Jun 17, 2016 · 5 minute read
For a while, I resisted doing a capsule wardrobe. A capsule wardrobe is a small wardrobe, pared down only to pieces you wear and love. The idea behind it is that having a small wardrobe cuts down on the time you need to spend making decisions about what to wear, saving your decision-making energy for things that really matter, but still leaves you feeling great in what you’re wearing.
I thought a capsule wardrobe wouldn’t work for me, and I’ve encountered a lot of people who say the same. What I learned in my recent experiment is that I was right. Or, more accurately, the way I went about my capsule wardrobe didn’t work for me. Despite having fewer clothes, it still took a long time to get dressed in the morning, and by the time I did, I still didn’t feel very good in what I was wearing.
But I didn’t do anything about it. Instead, I just lived with it, and it took buying an entirely new maternity wardrobe to learn why it really is important to love your clothes. Tweet
Don’t do what I did. Learn from my mistakes, and you can have a capsule wardrobe (maternity or otherwise) that fulfills its promise of cutting down on decision-making, leaving you looking and feeling good, and giving you more time and brain energy to do the things you love to do. Here are a few problems I ran into with my previous capsule and how you can avoid them with yours.
Nothing matches. When I started my capsule, I didn’t buy new clothes because I hate shopping. While I had fewer clothes altogether, my closet was still full of one-offs that didn’t all work well with most of my other clothes, and I kept things I didn’t love just because they were in good repair and they fit me. How could I justify getting rid of perfectly good things?
The answer to this one starts at the store. Before buying something just because it fits, figure out what items in your closet it will work with. Even if you love a piece, if it doesn’t go with anything else, you won’t wear it. We’ve all had items in our closet that just sit there because we need one or more other items to go with them to make them usable. Having a little trouble figuring out what works together? Go through all your clothes and try them on together. What might look good when laid out on your bed won’t always work when it’s on your body. You’ll also identify gaps that you need to fill. It’s better to go shopping with a list of specifics than it is to choose items aimlessly that won’t necessarily work with what you have at home.
All my maternity clothes match, so I can pull anything out of my closet without looking, and have a wardrobe that works. I don’t have to decide, and it saves brain space for the important decisions, like what I’ll write about next.
I don’t like my clothes.
Yeah, that sucks. I didn’t like my work clothes either — they were super-boring government clothes. They fit my body but not my style, but I had spent good money on them, and I didn’t want to spend more money to replace them.
You know how good you feel in the clothes you do love? What if you could get that feeling with every item in your closet? That would be pretty awesome, wouldn’t it? This is where it’s important to let go. Even if something fits and is good repair, if you don’t wear it or don’t love it, don’t keep it. Send it off to a new life in someone else’s closet and focus your efforts on what you do love and wear. It’s important to like your clothes because you’re a creative person - aesthetics matter.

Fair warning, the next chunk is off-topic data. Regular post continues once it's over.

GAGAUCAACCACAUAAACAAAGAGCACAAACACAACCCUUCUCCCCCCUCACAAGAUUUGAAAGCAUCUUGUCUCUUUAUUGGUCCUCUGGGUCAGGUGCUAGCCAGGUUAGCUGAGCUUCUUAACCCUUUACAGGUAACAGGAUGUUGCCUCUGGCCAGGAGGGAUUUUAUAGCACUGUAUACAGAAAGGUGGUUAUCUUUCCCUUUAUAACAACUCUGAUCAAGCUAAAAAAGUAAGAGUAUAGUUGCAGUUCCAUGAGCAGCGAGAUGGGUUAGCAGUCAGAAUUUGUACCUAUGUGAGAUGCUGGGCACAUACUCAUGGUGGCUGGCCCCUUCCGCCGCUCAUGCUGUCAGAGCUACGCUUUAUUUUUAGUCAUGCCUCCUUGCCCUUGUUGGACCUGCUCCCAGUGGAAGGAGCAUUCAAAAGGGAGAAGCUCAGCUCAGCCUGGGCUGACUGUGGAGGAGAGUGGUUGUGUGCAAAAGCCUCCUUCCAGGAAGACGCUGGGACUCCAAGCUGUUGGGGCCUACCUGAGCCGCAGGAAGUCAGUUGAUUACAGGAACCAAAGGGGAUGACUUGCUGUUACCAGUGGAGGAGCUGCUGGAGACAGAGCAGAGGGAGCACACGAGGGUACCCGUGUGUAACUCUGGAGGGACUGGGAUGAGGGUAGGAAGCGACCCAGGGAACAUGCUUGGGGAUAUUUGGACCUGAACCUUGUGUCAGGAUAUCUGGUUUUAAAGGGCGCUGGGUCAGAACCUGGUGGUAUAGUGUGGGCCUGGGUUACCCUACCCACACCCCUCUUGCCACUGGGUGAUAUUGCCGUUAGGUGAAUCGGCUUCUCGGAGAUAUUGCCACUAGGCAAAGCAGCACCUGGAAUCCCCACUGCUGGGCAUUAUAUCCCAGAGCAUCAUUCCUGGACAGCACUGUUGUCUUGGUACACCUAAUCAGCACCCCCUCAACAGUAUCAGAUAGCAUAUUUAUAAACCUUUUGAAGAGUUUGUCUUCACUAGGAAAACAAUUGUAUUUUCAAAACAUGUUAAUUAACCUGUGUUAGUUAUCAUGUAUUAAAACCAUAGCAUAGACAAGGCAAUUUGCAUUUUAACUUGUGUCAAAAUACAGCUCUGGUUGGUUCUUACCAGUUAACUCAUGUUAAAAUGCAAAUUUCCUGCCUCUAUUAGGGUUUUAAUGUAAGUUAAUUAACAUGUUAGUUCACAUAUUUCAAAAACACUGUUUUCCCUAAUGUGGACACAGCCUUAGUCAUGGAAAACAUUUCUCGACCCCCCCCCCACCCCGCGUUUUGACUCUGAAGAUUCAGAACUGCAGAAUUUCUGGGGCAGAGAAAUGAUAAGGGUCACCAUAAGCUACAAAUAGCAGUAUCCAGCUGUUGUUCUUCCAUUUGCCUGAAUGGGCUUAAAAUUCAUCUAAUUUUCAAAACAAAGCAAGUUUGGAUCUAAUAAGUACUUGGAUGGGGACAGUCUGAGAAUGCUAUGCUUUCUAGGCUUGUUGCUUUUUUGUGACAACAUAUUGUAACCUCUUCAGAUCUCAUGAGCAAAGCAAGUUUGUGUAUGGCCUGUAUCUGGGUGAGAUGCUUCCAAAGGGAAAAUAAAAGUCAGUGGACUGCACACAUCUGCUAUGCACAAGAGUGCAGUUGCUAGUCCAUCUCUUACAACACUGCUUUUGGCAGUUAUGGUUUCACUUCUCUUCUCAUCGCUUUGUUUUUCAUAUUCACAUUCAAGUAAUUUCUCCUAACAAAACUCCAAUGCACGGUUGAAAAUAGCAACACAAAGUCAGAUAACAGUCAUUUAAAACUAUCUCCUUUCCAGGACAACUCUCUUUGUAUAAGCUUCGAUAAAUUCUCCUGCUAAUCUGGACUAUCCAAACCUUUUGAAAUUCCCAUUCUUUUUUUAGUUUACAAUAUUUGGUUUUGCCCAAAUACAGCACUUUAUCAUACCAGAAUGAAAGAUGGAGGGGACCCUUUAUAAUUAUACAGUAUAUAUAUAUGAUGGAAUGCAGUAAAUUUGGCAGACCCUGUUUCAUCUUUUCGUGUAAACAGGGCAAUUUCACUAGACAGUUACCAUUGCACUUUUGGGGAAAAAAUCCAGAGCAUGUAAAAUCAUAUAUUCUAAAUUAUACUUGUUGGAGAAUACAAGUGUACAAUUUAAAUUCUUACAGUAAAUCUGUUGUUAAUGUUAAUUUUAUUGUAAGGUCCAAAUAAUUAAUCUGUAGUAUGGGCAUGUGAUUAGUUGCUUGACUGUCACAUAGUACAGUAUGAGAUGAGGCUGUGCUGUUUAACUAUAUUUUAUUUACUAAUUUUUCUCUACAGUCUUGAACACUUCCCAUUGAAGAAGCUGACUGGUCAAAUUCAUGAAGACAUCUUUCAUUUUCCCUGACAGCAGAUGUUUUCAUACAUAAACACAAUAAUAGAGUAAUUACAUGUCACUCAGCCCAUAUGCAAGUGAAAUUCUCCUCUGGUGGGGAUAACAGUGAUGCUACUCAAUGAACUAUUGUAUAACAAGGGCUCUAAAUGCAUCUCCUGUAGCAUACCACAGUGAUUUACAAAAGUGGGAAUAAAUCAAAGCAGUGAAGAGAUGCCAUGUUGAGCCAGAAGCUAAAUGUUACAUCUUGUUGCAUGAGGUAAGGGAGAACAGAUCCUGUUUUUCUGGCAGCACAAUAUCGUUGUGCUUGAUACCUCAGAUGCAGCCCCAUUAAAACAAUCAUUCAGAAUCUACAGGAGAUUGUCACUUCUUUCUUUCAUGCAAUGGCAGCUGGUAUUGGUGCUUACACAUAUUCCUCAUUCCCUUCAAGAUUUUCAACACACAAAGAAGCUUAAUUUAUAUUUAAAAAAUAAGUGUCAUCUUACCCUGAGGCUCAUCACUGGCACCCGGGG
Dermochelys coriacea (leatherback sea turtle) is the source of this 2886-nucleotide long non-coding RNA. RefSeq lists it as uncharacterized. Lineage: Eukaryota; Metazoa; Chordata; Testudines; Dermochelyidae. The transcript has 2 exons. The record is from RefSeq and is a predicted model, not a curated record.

I don’t have money to buy an entirely new wardrobe.
Don’t. You should keep what you truly love, but if you don’t truly love anything you own, you’ll have to keep some of it anyway, if for a short time, just so you’re not walking around naked.
But make a plan to replace the uninspiring articles with ones you love. Set a budget and stick to it, buying what you can afford now and replacing your unloved items gradually. Make sure to avoid bringing in more unloved items by thinking about what your favorite pieces are and why. What do you wear all the time? What about that shirt or those pants puts them at the top of your list?
When buying my maternity clothes, I was honest with myself about what I would wear and with what. There were some cute items I had to say “no” to because I knew when I got them home, I wouldn’t enjoy them as much. It’s better to be ruthless at the store than regretful at home, and the result was I love all my clothes and am happy to wear them. Before, I’d pull stuff out of my closet and cast it aside because I didn’t feel good in the clothes and didn’t feel like they made a good statement about who I am. Now I feel like they reflect my style and sensibilities.
Finally, a capsule wardrobe is a good way to free up time and energy that you can use to focus on what you love to do. As a creative, you add beauty to the world – extend that to your wardrobe. Your clothes are a reflection of your style, so keep or buy clothes that you think are attractive and look nice on you and fit your lifestyle.
Don’t worry about spending a lot of money. Pick a few pieces that you love, that make you feel good and that look good, and your brain will thank you.